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Great special effects, unnecessarily convoluted story
I just saw this a few hours ago, and while I enjoyed it, I don't think it's up there with the all-time greats. Yes, the special effects are top-notch, but the story line is unnecessarily convoluted and the movie is too derivative to win any prizes for conceptual breakthroughs. If you've seen The Matrix, Dark City, Eternal Sunshine, and Blade Runner you'll feel like you've covered a lot of this territory before. And having three (four? five?) levels of dream/reality/whatever eventually becomes more distracting than intriguing. The process of "kicking" between different levels - why and how it works, or doesn't - is not explained convincingly or consistently.

All that aside, however, the main problem for me was that there's little reason to care much about Cobb, the main character. For all the talk of emotions and psyche, we learn surprisingly little about Cobb. We are told that he is driven by the hope of "going home," and the scenes with him and his lost wife are meant to evoke empathy, but for me they fell surprisingly flat. And finally, I just couldn't buy into Ellen Page as the "architect." She's too young to be the designer of dreamworlds, and I kept wishing that they'd cast an older, wiser actor in that role. Yeah, I know, they wanted at least one young/cute female in the movie, but ... Ellen Page? Sooo ... 8/10 is all I can give this movie. Worth seeing on the big screen, maybe even more than once, but not Nolan's best.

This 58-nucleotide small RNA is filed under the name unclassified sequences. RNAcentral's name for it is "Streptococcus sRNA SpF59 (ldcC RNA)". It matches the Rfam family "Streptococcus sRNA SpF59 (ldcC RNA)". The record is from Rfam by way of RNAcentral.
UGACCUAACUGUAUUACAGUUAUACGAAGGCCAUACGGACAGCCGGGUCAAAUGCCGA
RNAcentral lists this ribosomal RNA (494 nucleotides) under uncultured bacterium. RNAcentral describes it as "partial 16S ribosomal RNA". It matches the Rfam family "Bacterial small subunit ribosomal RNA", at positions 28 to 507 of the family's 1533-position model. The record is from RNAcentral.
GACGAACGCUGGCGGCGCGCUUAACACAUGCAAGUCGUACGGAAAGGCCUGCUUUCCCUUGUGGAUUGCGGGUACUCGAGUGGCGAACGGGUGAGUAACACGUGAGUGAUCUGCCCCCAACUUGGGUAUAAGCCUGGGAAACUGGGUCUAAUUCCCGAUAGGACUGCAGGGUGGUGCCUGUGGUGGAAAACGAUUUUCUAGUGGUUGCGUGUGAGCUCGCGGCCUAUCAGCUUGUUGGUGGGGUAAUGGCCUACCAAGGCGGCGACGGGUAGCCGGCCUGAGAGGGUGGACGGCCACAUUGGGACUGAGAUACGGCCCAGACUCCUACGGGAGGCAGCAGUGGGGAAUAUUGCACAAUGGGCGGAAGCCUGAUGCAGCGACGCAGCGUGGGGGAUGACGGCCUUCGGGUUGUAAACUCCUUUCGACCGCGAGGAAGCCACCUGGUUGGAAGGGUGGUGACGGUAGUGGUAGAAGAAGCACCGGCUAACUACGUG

Eli Stone

Sappy, heavy-handed and lame
This show has an entertaining premise, but the execution is SO heavy-handed that it sinks beneath its own weight. EVERYTHING is spelled out so that even the dullest viewer will "get it." And is there ever any doubt who will win the showdown between the cute single mom with an autistic child, and the "evil, greedy" drug company? This is greeting-card TV, aimed at sentimental cretins. Stay away!

This show has an entertaining premise, but the execution is SO heavy-handed that it sinks beneath its own weight. EVERYTHING is spelled out so that even the dullest viewer will "get it." And is there ever any doubt who will win the showdown between the cute single mom with an autistic child, and the "evil, greedy" drug company? This is greeting-card TV, aimed at sentimental cretins. Stay away!

I Am Legend